By Bashir Ibrahim Hassan
Affordable housing is the ultimate objective of mortgage refinancing programmes, but different circumstances may lead different countries to introduce it. The Barrack Obama administration authorized several refinancing programmes aimed at helping underwater homeowners take advantage of the historically low interest rates in the US. In Nigeria bridging the housing deficit may be the driving force.
According to housing industry sources, there is an estimated 17 million housing deficit in Nigeria. Filling this gap needs a good amount of liquidity, which only special intervention by government can guarantee. Not surprisingly, the Jonathan led administration came up with the country’s first mortgage refinancing institution – Nigeria Mortgage Refinancing Company (NMRC) based on public-private partnership model. This has been entrusted in the hands Professor Charles Inyangete, an industry expert.
Inyangete came to NMRC with a clear vision of providing a level playing ground and creating the required market for all stakeholders in line with global mortgage best practices in refinancing towards becoming a world class institution. This vision, according to him, is predicated on four pillars – innovation supported by robust IT; integrity, as a hallmark of good governance; independence from undue external influence which will ensure the CEO and his team give their very best and; inclusion policy that treats all stakeholders fairly.
The background and experiences of Inyangete in the financial markets and real estate sector will help him steer the affairs of the NMRC very well. At various times, he served as Chief Executive Officer of Integrated Risk and Investments Services Ltd., Non-Executive Director of Group Africa Growth Holdings; and as Director of Exim Bank (Tanzania) Limited until August 2008. He was previously Professor of Finance at the Institute of Financial Management in Dar Es Salaam, Tanzania, and holds Ph.D. in Finance from University of Strathclyde.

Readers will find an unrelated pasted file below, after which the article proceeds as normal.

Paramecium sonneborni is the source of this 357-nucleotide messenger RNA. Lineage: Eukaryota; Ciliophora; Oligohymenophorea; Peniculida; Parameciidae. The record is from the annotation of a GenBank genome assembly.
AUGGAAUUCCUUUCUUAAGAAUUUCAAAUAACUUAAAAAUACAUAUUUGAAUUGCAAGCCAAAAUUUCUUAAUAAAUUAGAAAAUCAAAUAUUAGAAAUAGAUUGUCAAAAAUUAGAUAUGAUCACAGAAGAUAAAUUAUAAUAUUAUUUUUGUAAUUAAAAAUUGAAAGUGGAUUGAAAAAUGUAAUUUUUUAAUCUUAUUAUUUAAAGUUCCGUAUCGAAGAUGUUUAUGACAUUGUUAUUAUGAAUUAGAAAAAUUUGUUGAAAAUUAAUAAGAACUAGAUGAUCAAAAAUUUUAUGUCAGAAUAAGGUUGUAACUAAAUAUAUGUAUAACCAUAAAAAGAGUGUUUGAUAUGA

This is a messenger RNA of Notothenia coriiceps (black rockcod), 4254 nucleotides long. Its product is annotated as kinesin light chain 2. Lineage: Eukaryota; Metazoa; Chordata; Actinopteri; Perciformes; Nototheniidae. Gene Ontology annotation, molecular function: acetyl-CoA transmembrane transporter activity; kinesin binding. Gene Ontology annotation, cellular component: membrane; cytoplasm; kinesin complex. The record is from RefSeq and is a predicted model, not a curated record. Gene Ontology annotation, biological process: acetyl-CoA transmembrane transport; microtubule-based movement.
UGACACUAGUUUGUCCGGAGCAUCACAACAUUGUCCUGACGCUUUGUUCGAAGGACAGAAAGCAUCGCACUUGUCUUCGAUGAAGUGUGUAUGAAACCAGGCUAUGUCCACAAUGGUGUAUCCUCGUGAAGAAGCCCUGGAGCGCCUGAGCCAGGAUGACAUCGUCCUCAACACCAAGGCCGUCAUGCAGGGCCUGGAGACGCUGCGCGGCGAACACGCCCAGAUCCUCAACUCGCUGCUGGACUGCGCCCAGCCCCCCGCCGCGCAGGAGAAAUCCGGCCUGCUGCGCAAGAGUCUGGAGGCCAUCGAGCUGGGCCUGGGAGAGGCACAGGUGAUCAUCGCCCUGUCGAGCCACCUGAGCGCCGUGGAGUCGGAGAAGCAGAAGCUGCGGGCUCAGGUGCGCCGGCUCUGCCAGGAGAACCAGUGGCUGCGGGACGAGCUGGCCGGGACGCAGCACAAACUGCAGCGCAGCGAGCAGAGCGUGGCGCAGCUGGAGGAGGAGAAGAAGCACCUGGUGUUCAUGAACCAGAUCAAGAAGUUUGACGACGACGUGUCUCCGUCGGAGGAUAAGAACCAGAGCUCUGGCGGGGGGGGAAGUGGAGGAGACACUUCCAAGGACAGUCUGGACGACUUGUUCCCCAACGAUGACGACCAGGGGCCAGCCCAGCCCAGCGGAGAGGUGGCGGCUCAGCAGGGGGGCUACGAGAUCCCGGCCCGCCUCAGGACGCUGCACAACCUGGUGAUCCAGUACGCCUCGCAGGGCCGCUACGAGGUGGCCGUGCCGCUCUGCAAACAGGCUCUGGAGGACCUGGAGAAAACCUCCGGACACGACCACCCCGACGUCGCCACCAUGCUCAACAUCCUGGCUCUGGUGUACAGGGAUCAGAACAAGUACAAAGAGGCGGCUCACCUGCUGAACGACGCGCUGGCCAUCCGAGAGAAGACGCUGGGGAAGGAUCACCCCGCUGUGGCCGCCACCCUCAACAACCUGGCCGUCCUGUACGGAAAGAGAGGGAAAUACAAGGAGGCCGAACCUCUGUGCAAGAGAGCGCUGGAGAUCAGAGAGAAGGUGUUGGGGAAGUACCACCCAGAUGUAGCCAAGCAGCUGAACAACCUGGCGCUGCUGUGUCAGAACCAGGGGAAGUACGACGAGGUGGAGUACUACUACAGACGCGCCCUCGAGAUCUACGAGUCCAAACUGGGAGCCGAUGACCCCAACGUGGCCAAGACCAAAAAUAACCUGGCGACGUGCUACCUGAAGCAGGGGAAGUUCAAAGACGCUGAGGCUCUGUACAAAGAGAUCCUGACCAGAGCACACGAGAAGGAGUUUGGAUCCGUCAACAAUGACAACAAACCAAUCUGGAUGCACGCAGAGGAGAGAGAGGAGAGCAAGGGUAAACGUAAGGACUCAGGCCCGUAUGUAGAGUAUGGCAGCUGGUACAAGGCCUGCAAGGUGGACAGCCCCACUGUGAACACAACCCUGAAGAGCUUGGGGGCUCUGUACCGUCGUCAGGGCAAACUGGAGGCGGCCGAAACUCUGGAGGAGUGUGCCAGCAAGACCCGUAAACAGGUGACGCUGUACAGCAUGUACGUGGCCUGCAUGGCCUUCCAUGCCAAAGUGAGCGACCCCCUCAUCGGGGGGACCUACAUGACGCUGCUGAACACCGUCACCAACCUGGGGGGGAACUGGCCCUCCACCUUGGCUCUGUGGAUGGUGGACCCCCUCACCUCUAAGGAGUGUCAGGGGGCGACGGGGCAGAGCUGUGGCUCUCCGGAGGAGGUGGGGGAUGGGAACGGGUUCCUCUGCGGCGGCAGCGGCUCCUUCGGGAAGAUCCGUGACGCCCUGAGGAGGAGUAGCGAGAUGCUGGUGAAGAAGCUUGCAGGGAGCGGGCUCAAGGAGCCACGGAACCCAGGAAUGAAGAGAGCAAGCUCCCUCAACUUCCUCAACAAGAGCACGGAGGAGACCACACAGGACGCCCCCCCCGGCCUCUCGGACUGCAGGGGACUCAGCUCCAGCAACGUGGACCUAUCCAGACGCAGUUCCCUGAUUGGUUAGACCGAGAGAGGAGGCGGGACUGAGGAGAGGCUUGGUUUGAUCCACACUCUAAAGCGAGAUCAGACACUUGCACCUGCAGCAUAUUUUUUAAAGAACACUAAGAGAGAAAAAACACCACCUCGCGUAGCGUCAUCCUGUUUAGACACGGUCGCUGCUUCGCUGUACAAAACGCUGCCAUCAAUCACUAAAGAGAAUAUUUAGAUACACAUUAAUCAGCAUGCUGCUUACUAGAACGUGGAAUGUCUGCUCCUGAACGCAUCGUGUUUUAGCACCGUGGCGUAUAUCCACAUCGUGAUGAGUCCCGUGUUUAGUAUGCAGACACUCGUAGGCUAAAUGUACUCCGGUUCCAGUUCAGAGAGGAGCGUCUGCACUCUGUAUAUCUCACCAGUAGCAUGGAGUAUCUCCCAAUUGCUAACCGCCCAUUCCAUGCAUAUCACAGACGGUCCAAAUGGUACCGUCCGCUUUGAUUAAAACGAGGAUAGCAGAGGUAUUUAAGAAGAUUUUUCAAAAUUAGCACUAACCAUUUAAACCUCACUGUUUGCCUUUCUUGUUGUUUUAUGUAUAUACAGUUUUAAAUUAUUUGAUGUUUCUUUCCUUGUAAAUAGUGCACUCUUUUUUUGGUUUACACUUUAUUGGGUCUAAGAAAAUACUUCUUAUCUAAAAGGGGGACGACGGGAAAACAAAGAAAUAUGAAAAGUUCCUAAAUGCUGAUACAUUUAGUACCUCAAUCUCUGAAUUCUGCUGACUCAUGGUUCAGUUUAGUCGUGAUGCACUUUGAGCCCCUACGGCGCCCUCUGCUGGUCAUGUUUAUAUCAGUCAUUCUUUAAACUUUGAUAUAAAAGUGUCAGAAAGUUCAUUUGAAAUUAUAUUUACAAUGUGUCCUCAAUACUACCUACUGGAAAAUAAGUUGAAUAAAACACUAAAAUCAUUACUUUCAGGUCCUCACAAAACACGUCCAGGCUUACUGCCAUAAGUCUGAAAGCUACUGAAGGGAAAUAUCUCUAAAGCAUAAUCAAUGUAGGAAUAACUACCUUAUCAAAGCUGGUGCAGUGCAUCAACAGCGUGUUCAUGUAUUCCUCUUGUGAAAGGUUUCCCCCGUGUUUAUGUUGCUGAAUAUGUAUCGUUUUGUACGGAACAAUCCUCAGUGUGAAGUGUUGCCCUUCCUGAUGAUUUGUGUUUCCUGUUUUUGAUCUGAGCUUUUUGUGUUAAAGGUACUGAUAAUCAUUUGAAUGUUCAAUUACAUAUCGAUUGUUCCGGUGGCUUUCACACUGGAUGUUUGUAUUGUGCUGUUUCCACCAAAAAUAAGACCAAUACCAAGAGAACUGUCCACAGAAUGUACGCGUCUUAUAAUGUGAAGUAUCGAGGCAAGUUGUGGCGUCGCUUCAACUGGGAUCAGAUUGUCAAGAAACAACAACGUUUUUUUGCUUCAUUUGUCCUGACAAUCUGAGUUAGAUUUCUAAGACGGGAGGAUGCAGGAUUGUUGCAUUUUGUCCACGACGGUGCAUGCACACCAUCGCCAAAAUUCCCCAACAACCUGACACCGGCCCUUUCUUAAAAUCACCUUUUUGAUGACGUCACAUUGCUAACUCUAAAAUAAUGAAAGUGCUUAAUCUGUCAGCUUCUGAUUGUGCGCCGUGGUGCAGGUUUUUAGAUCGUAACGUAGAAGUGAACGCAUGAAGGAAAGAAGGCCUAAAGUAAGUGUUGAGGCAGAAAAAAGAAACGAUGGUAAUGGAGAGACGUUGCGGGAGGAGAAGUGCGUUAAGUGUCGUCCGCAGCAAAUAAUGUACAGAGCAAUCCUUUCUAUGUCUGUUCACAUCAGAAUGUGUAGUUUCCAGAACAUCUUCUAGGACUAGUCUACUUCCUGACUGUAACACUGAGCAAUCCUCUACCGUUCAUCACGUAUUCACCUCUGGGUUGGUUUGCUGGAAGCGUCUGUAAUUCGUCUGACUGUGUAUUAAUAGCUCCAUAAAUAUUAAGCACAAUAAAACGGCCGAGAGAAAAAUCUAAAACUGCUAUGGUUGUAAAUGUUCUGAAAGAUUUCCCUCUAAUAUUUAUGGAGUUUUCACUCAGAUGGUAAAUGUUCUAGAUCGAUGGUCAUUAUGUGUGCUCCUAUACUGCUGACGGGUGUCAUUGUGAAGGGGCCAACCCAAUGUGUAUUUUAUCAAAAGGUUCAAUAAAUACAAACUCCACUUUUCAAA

On what Nigerians are to expect of the NMRC in the next five years, he said: “In the next five years, we have projected that we will refinance close to the region of 400,000 to 450,000 mortgages for one segment of the market. When we go down to the lower segments of the market, we expect to refinance proportion larger than that number. So Nigerians can expect to see mortgages refinanced in their hundreds of thousands perhaps close to a million in that period, depending on the buoyancy and vibrancy of the market and their activities in that period.”
Like elsewhere in the world, NMRC is a private sector driven company with the singular purpose of developing the primary and secondary mortgage markets by raising long-term funds from the domestic capital market as well as foreign markets and thereby provide accessible and affordable housing in Nigeria.
Accessible and affordable housing stimulate growth of the economy in many key sectors – manufacturing, services and employment – but more importantly it promotes welfare of the citizens as it addresses one of the most basic needs of mankind – shelter. Little wonder that among the mortgage refinancing programs introduced by Obama administration is the Veteran’s Administration Loan Refinance programme that targeted the welfare of US Veterans – an important segment of the US citizenry.
The programme offers Interest Rate Reduction Refinances (IRRR) for Veteran Home Owners who simply want to reduce their interest rate, with no appraisal. Apart from VA loan refinance, there re others such as the Home Affordable Refinance Program (HARP), USDA Home Loans and FHA Streamline Refinance, all targeted at making home ownership easier for different categories of people.
In Nigeria, the mandate given to NMRC is to provide primary mortgage banks (PMBs) with access to long-term finance at an affordable interest rate, which in turn will enable mortgages to be issued by these institutions to Nigerians at longer tenors and affordable rates. Consequently, the provision of mortgage loans at longer tenors will provide the average working class Nigerian citizens an opportunity to buy a home and conveniently pay for it over a reasonable period of time without hassles. Provision of adequate housing is one of the indices for measuring the standard of living of people. Therefore, any effort to address housing deficit is an effort towards raising the standard of living of the people.